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Establishing The Jama Coaque Reserve

How can we protect one of the last remnants of forest in the Equatorial Pacific and preserve its critically threatened biodiversity?

During a visit to one of the last intact areas of forest on the Equatorial Pacific coast, we observed the negative impact of human activity on the natural environment: deforestation, forest burning, livestock grazing, and agriculture were reducing biodiversity and degrading the landscape.

Our initiative to establish the Jama Coaque Reserve began with acquiring 40 hectares of pristine land, later expanding to 100 hectares with the support of various stakeholders.  Today, this Reserve protects more than a 1000 hectares.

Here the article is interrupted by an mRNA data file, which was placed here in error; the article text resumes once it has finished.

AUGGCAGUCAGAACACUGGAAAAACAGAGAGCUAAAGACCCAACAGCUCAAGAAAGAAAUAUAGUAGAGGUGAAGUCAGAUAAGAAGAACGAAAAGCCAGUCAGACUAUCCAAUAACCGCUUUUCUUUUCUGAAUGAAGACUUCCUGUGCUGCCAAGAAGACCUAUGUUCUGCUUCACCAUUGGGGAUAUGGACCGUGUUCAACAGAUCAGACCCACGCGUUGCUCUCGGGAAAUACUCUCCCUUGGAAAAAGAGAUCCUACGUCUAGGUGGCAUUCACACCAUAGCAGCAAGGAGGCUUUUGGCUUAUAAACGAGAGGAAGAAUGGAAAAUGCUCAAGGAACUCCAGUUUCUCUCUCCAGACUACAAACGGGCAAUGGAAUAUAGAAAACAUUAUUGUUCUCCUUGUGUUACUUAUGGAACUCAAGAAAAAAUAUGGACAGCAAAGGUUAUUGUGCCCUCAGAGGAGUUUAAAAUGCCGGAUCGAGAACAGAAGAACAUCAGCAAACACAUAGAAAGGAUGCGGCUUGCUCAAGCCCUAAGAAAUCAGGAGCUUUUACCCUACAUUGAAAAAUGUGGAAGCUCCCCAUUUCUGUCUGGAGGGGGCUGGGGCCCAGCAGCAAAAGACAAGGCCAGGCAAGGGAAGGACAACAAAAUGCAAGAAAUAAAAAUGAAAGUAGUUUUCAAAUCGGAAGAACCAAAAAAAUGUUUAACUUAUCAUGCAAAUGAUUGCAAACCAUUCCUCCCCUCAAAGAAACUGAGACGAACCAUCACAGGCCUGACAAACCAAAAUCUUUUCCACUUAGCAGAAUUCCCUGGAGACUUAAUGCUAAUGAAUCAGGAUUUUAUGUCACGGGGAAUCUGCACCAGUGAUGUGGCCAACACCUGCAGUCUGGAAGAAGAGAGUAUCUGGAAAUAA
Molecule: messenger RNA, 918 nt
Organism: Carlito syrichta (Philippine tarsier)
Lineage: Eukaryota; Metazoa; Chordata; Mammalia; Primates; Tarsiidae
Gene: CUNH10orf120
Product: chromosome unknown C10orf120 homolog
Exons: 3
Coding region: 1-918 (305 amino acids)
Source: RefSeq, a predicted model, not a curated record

Living among the Camarones community provided invaluable insights into their way of life and deepened our understanding of the local ecosystem. Through collaborative efforts, we constructed the Bamboo House, a sustainable living space and biodiversity research station that symbolizes our dedication to the preservation of the reserve while preserving local building traditions.

The establishment of the Jama-Coaque Reserve in collaboration with local communities, represents a significant milestone in conservation efforts in the region. As one of the few protected areas in the Equatorial Pacific, the reserve serves as a sanctuary for endangered wildlife, including numerous endemic species. Moreover, by preserving the forest, the reserve also safeguards vital water sources and contributes to the restoration of natural habitats.


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